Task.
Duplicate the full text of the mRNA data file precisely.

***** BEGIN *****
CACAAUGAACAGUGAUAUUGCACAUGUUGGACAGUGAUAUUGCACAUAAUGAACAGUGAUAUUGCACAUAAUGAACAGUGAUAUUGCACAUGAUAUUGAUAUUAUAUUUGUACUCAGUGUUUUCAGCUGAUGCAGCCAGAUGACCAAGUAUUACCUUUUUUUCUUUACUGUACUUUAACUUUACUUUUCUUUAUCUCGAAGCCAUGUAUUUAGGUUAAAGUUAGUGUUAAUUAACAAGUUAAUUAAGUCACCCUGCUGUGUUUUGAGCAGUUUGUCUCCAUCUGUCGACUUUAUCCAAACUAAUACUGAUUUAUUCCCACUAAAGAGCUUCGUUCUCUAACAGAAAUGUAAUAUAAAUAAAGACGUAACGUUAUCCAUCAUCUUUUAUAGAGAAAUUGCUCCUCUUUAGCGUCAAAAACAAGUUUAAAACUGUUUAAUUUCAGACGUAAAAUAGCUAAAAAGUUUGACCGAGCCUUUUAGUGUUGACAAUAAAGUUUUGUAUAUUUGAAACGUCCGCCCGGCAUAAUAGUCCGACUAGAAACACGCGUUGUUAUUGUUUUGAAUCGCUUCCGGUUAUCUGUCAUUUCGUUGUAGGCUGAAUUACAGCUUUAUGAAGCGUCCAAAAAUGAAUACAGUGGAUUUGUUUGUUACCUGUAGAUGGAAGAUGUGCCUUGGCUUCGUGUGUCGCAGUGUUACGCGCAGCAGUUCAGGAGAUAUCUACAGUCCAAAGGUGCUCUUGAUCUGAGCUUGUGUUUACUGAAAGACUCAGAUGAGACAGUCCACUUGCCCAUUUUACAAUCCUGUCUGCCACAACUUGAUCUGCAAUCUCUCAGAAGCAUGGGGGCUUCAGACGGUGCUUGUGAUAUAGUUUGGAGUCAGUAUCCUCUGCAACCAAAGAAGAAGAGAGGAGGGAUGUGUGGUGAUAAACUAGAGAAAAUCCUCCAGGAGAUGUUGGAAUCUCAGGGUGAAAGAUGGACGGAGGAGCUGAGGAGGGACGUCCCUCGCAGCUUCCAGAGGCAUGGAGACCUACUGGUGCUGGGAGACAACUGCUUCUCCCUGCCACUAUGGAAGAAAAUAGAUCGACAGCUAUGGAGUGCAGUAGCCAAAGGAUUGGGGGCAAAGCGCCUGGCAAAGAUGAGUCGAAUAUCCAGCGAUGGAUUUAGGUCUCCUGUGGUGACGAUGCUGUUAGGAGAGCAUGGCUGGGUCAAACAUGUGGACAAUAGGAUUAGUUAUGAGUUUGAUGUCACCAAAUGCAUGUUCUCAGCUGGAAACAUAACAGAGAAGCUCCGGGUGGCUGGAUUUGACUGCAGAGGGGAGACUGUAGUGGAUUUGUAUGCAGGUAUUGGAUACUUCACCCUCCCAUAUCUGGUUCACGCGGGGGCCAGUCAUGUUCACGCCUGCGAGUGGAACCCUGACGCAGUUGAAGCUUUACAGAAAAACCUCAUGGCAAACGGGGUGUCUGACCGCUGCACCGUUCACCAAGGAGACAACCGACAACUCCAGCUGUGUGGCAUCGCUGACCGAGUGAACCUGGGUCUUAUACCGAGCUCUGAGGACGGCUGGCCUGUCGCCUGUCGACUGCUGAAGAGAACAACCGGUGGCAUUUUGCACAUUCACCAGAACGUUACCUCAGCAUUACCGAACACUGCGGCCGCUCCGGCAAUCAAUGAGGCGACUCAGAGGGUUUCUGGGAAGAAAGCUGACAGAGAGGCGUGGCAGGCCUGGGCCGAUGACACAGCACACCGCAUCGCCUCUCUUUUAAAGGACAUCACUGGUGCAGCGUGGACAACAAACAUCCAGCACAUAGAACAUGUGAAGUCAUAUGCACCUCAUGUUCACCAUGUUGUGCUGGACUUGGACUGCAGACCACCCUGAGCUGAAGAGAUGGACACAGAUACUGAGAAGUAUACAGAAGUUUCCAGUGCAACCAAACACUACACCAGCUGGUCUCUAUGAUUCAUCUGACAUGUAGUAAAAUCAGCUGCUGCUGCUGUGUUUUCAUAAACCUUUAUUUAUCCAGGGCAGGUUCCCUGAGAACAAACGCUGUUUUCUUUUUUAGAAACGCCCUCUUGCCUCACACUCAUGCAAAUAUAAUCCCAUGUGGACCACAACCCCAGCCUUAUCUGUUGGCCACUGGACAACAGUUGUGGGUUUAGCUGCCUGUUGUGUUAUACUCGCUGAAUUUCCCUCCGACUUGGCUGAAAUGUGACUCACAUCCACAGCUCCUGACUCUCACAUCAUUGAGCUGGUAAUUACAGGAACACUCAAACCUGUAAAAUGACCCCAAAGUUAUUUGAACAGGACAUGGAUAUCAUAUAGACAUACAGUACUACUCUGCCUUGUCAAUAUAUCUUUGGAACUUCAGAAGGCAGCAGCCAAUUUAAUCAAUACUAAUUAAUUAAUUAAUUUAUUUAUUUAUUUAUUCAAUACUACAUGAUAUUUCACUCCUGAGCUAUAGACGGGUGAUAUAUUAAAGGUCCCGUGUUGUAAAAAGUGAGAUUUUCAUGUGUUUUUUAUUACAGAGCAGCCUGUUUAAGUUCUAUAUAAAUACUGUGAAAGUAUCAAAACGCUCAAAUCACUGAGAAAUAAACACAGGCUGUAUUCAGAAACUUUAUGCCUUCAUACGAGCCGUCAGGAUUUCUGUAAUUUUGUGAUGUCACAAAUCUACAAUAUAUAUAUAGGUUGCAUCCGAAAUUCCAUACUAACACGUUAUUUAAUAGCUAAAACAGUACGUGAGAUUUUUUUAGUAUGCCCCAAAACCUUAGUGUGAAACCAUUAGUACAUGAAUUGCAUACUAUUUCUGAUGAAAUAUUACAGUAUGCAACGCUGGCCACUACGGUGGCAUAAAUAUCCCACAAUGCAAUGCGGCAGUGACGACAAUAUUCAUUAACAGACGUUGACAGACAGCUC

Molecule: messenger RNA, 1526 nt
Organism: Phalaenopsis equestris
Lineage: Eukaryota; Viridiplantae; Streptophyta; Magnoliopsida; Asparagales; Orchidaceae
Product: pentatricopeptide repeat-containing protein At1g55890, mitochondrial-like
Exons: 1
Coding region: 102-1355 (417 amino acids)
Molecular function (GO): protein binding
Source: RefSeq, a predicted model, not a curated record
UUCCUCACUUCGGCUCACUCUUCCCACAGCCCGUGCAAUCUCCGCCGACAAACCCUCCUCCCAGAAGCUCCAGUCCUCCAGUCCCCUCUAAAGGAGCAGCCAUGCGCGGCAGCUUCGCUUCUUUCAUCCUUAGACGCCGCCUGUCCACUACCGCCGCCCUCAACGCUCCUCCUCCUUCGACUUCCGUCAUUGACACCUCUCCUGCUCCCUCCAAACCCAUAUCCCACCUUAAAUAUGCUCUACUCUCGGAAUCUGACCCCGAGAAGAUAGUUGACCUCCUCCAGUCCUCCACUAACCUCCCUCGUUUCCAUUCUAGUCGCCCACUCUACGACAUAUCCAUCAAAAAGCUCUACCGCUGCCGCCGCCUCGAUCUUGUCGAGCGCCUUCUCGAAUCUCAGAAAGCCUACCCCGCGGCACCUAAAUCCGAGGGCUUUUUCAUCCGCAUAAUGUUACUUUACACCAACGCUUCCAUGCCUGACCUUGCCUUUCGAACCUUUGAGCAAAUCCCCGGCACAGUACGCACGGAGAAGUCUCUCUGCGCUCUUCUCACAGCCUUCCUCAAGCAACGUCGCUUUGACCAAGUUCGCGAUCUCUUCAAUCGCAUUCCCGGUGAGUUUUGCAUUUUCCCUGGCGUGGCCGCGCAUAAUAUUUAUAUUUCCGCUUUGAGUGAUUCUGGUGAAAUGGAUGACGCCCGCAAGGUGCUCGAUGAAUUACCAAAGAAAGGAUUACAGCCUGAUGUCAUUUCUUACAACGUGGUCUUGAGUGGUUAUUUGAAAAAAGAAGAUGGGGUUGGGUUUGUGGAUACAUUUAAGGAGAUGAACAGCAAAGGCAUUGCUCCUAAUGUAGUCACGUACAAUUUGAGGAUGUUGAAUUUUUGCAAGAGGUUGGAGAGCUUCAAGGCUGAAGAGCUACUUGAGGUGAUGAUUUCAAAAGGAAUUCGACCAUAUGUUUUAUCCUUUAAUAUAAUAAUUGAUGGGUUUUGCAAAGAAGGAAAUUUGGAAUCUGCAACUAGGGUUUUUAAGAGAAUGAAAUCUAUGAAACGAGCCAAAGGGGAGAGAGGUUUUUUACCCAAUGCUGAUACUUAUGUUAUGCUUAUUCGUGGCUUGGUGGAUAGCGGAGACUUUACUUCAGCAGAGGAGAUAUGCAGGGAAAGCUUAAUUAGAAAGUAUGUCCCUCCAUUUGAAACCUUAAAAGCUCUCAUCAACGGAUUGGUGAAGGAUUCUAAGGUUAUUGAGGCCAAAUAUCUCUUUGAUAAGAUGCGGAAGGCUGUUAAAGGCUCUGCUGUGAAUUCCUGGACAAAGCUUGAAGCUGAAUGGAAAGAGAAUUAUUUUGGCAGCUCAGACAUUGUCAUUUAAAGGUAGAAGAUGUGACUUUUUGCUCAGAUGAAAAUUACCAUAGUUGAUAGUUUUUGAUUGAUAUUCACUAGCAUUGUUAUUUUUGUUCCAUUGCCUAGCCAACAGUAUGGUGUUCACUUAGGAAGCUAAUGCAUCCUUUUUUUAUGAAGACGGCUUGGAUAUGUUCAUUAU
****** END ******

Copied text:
CACAAUGAACAGUGAUAUUGCACAUGUUGGACAGUGAUAUUGCACAUAAUGAACAGUGAUAUUGCACAUAAUGAACAGUGAUAUUGCACAUGAUAUUGAUAUUAUAUUUGUACUCAGUGUUUUCAGCUGAUGCAGCCAGAUGACCAAGUAUUACCUUUUUUUCUUUACUGUACUUUAACUUUACUUUUCUUUAUCUCGAAGCCAUGUAUUUAGGUUAAAGUUAGUGUUAAUUAACAAGUUAAUUAAGUCACCCUGCUGUGUUUUGAGCAGUUUGUCUCCAUCUGUCGACUUUAUCCAAACUAAUACUGAUUUAUUCCCACUAAAGAGCUUCGUUCUCUAACAGAAAUGUAAUAUAAAUAAAGACGUAACGUUAUCCAUCAUCUUUUAUAGAGAAAUUGCUCCUCUUUAGCGUCAAAAACAAGUUUAAAACUGUUUAAUUUCAGACGUAAAAUAGCUAAAAAGUUUGACCGAGCCUUUUAGUGUUGACAAUAAAGUUUUGUAUAUUUGAAACGUCCGCCCGGCAUAAUAGUCCGACUAGAAACACGCGUUGUUAUUGUUUUGAAUCGCUUCCGGUUAUCUGUCAUUUCGUUGUAGGCUGAAUUACAGCUUUAUGAAGCGUCCAAAAAUGAAUACAGUGGAUUUGUUUGUUACCUGUAGAUGGAAGAUGUGCCUUGGCUUCGUGUGUCGCAGUGUUACGCGCAGCAGUUCAGGAGAUAUCUACAGUCCAAAGGUGCUCUUGAUCUGAGCUUGUGUUUACUGAAAGACUCAGAUGAGACAGUCCACUUGCCCAUUUUACAAUCCUGUCUGCCACAACUUGAUCUGCAAUCUCUCAGAAGCAUGGGGGCUUCAGACGGUGCUUGUGAUAUAGUUUGGAGUCAGUAUCCUCUGCAACCAAAGAAGAAGAGAGGAGGGAUGUGUGGUGAUAAACUAGAGAAAAUCCUCCAGGAGAUGUUGGAAUCUCAGGGUGAAAGAUGGACGGAGGAGCUGAGGAGGGACGUCCCUCGCAGCUUCCAGAGGCAUGGAGACCUACUGGUGCUGGGAGACAACUGCUUCUCCCUGCCACUAUGGAAGAAAAUAGAUCGACAGCUAUGGAGUGCAGUAGCCAAAGGAUUGGGGGCAAAGCGCCUGGCAAAGAUGAGUCGAAUAUCCAGCGAUGGAUUUAGGUCUCCUGUGGUGACGAUGCUGUUAGGAGAGCAUGGCUGGGUCAAACAUGUGGACAAUAGGAUUAGUUAUGAGUUUGAUGUCACCAAAUGCAUGUUCUCAGCUGGAAACAUAACAGAGAAGCUCCGGGUGGCUGGAUUUGACUGCAGAGGGGAGACUGUAGUGGAUUUGUAUGCAGGUAUUGGAUACUUCACCCUCCCAUAUCUGGUUCACGCGGGGGCCAGUCAUGUUCACGCCUGCGAGUGGAACCCUGACGCAGUUGAAGCUUUACAGAAAAACCUCAUGGCAAACGGGGUGUCUGACCGCUGCACCGUUCACCAAGGAGACAACCGACAACUCCAGCUGUGUGGCAUCGCUGACCGAGUGAACCUGGGUCUUAUACCGAGCUCUGAGGACGGCUGGCCUGUCGCCUGUCGACUGCUGAAGAGAACAACCGGUGGCAUUUUGCACAUUCACCAGAACGUUACCUCAGCAUUACCGAACACUGCGGCCGCUCCGGCAAUCAAUGAGGCGACUCAGAGGGUUUCUGGGAAGAAAGCUGACAGAGAGGCGUGGCAGGCCUGGGCCGAUGACACAGCACACCGCAUCGCCUCUCUUUUAAAGGACAUCACUGGUGCAGCGUGGACAACAAACAUCCAGCACAUAGAACAUGUGAAGUCAUAUGCACCUCAUGUUCACCAUGUUGUGCUGGACUUGGACUGCAGACCACCCUGAGCUGAAGAGAUGGACACAGAUACUGAGAAGUAUACAGAAGUUUCCAGUGCAACCAAACACUACACCAGCUGGUCUCUAUGAUUCAUCUGACAUGUAGUAAAAUCAGCUGCUGCUGCUGUGUUUUCAUAAACCUUUAUUUAUCCAGGGCAGGUUCCCUGAGAACAAACGCUGUUUUCUUUUUUAGAAACGCCCUCUUGCCUCACACUCAUGCAAAUAUAAUCCCAUGUGGACCACAACCCCAGCCUUAUCUGUUGGCCACUGGACAACAGUUGUGGGUUUAGCUGCCUGUUGUGUUAUACUCGCUGAAUUUCCCUCCGACUUGGCUGAAAUGUGACUCACAUCCACAGCUCCUGACUCUCACAUCAUUGAGCUGGUAAUUACAGGAACACUCAAACCUGUAAAAUGACCCCAAAGUUAUUUGAACAGGACAUGGAUAUCAUAUAGACAUACAGUACUACUCUGCCUUGUCAAUAUAUCUUUGGAACUUCAGAAGGCAGCAGCCAAUUUAAUCAAUACUAAUUAAUUAAUUAAUUUAUUUAUUUAUUUAUUCAAUACUACAUGAUAUUUCACUCCUGAGCUAUAGACGGGUGAUAUAUUAAAGGUCCCGUGUUGUAAAAAGUGAGAUUUUCAUGUGUUUUUUAUUACAGAGCAGCCUGUUUAAGUUCUAUAUAAAUACUGUGAAAGUAUCAAAACGCUCAAAUCACUGAGAAAUAAACACAGGCUGUAUUCAGAAACUUUAUGCCUUCAUACGAGCCGUCAGGAUUUCUGUAAUUUUGUGAUGUCACAAAUCUACAAUAUAUAUAUAGGUUGCAUCCGAAAUUCCAUACUAACACGUUAUUUAAUAGCUAAAACAGUACGUGAGAUUUUUUUAGUAUGCCCCAAAACCUUAGUGUGAAACCAUUAGUACAUGAAUUGCAUACUAUUUCUGAUGAAAUAUUACAGUAUGCAACGCUGGCCACUACGGUGGCAUAAAUAUCCCACAAUGCAAUGCGGCAGUGACGACAAUAUUCAUUAACAGACGUUGACAGACAGCUC

Molecule: messenger RNA, 1526 nt
Organism: Phalaenopsis equestris
Lineage: Eukaryota; Viridiplantae; Streptophyta; Magnoliopsida; Asparagales; Orchidaceae
Product: pentatricopeptide repeat-containing protein At1g55890, mitochondrial-like
Exons: 1
Coding region: 102-1355 (417 amino acids)
Molecular function (GO): protein binding
Source: RefSeq, a predicted model, not a curated record
UUCCUCACUUCGGCUCACUCUUCCCACAGCCCGUGCAAUCUCCGCCGACAAACCCUCCUCCCAGAAGCUCCAGUCCUCCAGUCCCCUCUAAAGGAGCAGCCAUGCGCGGCAGCUUCGCUUCUUUCAUCCUUAGACGCCGCCUGUCCACUACCGCCGCCCUCAACGCUCCUCCUCCUUCGACUUCCGUCAUUGACACCUCUCCUGCUCCCUCCAAACCCAUAUCCCACCUUAAAUAUGCUCUACUCUCGGAAUCUGACCCCGAGAAGAUAGUUGACCUCCUCCAGUCCUCCACUAACCUCCCUCGUUUCCAUUCUAGUCGCCCACUCUACGACAUAUCCAUCAAAAAGCUCUACCGCUGCCGCCGCCUCGAUCUUGUCGAGCGCCUUCUCGAAUCUCAGAAAGCCUACCCCGCGGCACCUAAAUCCGAGGGCUUUUUCAUCCGCAUAAUGUUACUUUACACCAACGCUUCCAUGCCUGACCUUGCCUUUCGAACCUUUGAGCAAAUCCCCGGCACAGUACGCACGGAGAAGUCUCUCUGCGCUCUUCUCACAGCCUUCCUCAAGCAACGUCGCUUUGACCAAGUUCGCGAUCUCUUCAAUCGCAUUCCCGGUGAGUUUUGCAUUUUCCCUGGCGUGGCCGCGCAUAAUAUUUAUAUUUCCGCUUUGAGUGAUUCUGGUGAAAUGGAUGACGCCCGCAAGGUGCUCGAUGAAUUACCAAAGAAAGGAUUACAGCCUGAUGUCAUUUCUUACAACGUGGUCUUGAGUGGUUAUUUGAAAAAAGAAGAUGGGGUUGGGUUUGUGGAUACAUUUAAGGAGAUGAACAGCAAAGGCAUUGCUCCUAAUGUAGUCACGUACAAUUUGAGGAUGUUGAAUUUUUGCAAGAGGUUGGAGAGCUUCAAGGCUGAAGAGCUACUUGAGGUGAUGAUUUCAAAAGGAAUUCGACCAUAUGUUUUAUCCUUUAAUAUAAUAAUUGAUGGGUUUUGCAAAGAAGGAAAUUUGGAAUCUGCAACUAGGGUUUUUAAGAGAAUGAAAUCUAUGAAACGAGCCAAAGGGGAGAGAGGUUUUUUACCCAAUGCUGAUACUUAUGUUAUGCUUAUUCGUGGCUUGGUGGAUAGCGGAGACUUUACUUCAGCAGAGGAGAUAUGCAGGGAAAGCUUAAUUAGAAAGUAUGUCCCUCCAUUUGAAACCUUAAAAGCUCUCAUCAACGGAUUGGUGAAGGAUUCUAAGGUUAUUGAGGCCAAAUAUCUCUUUGAUAAGAUGCGGAAGGCUGUUAAAGGCUCUGCUGUGAAUUCCUGGACAAAGCUUGAAGCUGAAUGGAAAGAGAAUUAUUUUGGCAGCUCAGACAUUGUCAUUUAAAGGUAGAAGAUGUGACUUUUUGCUCAGAUGAAAAUUACCAUAGUUGAUAGUUUUUGAUUGAUAUUCACUAGCAUUGUUAUUUUUGUUCCAUUGCCUAGCCAACAGUAUGGUGUUCACUUAGGAAGCUAAUGCAUCCUUUUUUUAUGAAGACGGCUUGGAUAUGUUCAUUAU